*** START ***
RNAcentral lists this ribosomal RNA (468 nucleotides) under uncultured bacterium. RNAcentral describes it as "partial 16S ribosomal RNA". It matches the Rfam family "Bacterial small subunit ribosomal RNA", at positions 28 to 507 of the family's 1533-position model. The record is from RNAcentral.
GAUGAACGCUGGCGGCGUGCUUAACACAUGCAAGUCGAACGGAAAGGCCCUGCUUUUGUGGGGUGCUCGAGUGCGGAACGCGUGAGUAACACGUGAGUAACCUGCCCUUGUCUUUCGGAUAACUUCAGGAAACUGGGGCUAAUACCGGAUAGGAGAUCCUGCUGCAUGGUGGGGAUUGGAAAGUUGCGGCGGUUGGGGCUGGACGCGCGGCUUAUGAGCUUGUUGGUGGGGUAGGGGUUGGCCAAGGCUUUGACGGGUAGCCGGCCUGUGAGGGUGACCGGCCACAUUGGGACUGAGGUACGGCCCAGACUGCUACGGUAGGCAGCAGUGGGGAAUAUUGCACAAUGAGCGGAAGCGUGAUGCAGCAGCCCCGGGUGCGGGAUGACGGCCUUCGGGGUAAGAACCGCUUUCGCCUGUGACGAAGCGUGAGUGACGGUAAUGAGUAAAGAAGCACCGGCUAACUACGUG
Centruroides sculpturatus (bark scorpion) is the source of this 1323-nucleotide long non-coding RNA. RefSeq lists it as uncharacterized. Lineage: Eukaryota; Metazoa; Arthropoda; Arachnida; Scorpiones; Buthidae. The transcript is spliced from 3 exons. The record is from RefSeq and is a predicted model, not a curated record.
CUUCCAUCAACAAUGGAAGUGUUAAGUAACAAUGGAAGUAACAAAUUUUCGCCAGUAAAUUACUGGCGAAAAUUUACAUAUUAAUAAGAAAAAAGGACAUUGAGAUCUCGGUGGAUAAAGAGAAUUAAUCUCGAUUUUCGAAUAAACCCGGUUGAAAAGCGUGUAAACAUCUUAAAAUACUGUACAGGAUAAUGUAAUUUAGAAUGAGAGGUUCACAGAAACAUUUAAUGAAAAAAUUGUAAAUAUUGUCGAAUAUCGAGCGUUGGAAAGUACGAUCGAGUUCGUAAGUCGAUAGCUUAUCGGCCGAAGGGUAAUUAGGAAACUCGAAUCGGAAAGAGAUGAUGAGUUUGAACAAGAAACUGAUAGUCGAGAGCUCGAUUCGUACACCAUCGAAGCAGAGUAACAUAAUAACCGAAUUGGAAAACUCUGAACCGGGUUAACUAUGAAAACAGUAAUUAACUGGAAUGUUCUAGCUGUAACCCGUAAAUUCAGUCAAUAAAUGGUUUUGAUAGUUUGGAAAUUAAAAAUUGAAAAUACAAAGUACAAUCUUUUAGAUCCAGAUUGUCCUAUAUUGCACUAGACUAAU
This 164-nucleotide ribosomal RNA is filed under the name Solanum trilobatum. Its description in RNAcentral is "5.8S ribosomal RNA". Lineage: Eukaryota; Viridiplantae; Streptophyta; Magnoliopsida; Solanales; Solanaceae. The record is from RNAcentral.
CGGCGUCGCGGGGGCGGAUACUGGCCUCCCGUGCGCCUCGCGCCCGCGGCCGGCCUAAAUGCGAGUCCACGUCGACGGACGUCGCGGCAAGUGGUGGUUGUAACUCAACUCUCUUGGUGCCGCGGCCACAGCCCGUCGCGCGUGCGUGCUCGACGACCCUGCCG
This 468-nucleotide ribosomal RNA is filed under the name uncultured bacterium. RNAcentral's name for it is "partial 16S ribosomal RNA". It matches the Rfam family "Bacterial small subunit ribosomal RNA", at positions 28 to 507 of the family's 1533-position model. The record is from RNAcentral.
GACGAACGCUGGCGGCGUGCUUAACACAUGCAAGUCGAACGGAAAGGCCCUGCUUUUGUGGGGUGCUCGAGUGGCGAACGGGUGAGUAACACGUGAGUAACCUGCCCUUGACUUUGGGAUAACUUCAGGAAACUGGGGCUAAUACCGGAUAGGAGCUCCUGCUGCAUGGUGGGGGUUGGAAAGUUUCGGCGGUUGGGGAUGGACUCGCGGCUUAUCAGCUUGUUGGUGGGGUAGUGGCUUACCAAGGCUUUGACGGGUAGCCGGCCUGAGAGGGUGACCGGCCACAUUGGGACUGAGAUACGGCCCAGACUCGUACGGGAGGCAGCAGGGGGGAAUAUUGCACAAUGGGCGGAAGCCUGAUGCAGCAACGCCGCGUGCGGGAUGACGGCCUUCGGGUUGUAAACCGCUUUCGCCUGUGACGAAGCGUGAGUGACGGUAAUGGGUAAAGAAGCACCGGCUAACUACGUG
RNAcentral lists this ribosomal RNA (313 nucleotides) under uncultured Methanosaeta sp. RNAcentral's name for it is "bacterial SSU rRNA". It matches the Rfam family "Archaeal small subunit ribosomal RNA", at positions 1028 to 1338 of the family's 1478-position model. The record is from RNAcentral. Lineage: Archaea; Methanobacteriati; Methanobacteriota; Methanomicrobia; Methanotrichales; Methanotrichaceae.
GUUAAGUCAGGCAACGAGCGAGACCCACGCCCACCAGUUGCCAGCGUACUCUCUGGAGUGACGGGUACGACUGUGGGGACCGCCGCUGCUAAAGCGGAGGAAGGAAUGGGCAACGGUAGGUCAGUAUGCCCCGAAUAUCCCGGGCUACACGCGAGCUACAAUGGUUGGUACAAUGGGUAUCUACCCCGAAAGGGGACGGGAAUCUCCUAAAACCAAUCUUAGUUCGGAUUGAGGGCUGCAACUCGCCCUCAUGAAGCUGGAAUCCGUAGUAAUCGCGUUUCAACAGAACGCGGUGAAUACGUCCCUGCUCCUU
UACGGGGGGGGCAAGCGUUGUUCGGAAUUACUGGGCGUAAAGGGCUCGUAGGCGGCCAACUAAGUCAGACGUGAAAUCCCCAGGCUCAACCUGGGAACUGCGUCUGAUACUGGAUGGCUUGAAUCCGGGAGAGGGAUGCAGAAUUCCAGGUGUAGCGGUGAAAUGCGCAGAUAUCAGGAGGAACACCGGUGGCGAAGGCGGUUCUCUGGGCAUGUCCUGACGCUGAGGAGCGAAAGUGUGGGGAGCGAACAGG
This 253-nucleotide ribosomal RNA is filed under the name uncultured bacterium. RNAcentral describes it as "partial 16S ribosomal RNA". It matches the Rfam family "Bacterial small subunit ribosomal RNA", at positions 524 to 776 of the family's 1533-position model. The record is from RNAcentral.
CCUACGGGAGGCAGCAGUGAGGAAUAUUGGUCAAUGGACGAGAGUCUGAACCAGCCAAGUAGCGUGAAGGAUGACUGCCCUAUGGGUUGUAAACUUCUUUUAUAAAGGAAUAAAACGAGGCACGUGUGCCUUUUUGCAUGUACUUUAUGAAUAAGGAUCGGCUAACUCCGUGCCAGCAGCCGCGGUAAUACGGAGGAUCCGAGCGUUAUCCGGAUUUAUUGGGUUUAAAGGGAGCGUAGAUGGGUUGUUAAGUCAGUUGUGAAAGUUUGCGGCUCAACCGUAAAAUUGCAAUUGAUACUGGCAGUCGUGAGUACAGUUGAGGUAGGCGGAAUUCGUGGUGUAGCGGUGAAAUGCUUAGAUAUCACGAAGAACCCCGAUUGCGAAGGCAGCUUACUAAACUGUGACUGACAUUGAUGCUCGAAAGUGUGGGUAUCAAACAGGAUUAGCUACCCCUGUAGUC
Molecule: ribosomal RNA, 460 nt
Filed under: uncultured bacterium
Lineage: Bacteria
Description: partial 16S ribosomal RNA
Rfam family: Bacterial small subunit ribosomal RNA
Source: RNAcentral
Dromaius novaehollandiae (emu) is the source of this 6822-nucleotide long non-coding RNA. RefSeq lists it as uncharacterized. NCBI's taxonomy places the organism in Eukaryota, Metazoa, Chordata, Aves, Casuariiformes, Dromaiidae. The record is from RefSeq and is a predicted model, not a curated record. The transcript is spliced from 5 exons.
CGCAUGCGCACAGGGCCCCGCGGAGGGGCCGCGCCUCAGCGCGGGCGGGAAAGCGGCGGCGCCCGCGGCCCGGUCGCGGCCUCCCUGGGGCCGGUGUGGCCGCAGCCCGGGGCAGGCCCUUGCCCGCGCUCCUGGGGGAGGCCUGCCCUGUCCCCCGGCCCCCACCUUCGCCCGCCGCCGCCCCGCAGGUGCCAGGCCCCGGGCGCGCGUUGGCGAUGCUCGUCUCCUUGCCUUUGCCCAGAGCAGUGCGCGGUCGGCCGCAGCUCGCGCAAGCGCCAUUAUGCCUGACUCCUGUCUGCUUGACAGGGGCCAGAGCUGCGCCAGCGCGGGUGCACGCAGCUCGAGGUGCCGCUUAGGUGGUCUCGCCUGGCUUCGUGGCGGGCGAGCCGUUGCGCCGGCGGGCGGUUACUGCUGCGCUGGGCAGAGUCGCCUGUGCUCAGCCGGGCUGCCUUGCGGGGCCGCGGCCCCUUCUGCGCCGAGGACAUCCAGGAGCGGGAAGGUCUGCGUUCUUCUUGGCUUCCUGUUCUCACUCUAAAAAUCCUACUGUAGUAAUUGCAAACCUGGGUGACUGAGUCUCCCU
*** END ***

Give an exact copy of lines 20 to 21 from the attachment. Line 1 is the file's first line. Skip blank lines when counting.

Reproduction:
Dromaius novaehollandiae (emu) is the source of this 6822-nucleotide long non-coding RNA. RefSeq lists it as uncharacterized. NCBI's taxonomy places the organism in Eukaryota, Metazoa, Chordata, Aves, Casuariiformes, Dromaiidae. The record is from RefSeq and is a predicted model, not a curated record. The transcript is spliced from 5 exons.
CGCAUGCGCACAGGGCCCCGCGGAGGGGCCGCGCCUCAGCGCGGGCGGGAAAGCGGCGGCGCCCGCGGCCCGGUCGCGGCCUCCCUGGGGCCGGUGUGGCCGCAGCCCGGGGCAGGCCCUUGCCCGCGCUCCUGGGGGAGGCCUGCCCUGUCCCCCGGCCCCCACCUUCGCCCGCCGCCGCCCCGCAGGUGCCAGGCCCCGGGCGCGCGUUGGCGAUGCUCGUCUCCUUGCCUUUGCCCAGAGCAGUGCGCGGUCGGCCGCAGCUCGCGCAAGCGCCAUUAUGCCUGACUCCUGUCUGCUUGACAGGGGCCAGAGCUGCGCCAGCGCGGGUGCACGCAGCUCGAGGUGCCGCUUAGGUGGUCUCGCCUGGCUUCGUGGCGGGCGAGCCGUUGCGCCGGCGGGCGGUUACUGCUGCGCUGGGCAGAGUCGCCUGUGCUCAGCCGGGCUGCCUUGCGGGGCCGCGGCCCCUUCUGCGCCGAGGACAUCCAGGAGCGGGAAGGUCUGCGUUCUUCUUGGCUUCCUGUUCUCACUCUAAAAAUCCUACUGUAGUAAUUGCAAACCUGGGUGACUGAGUCUCCCU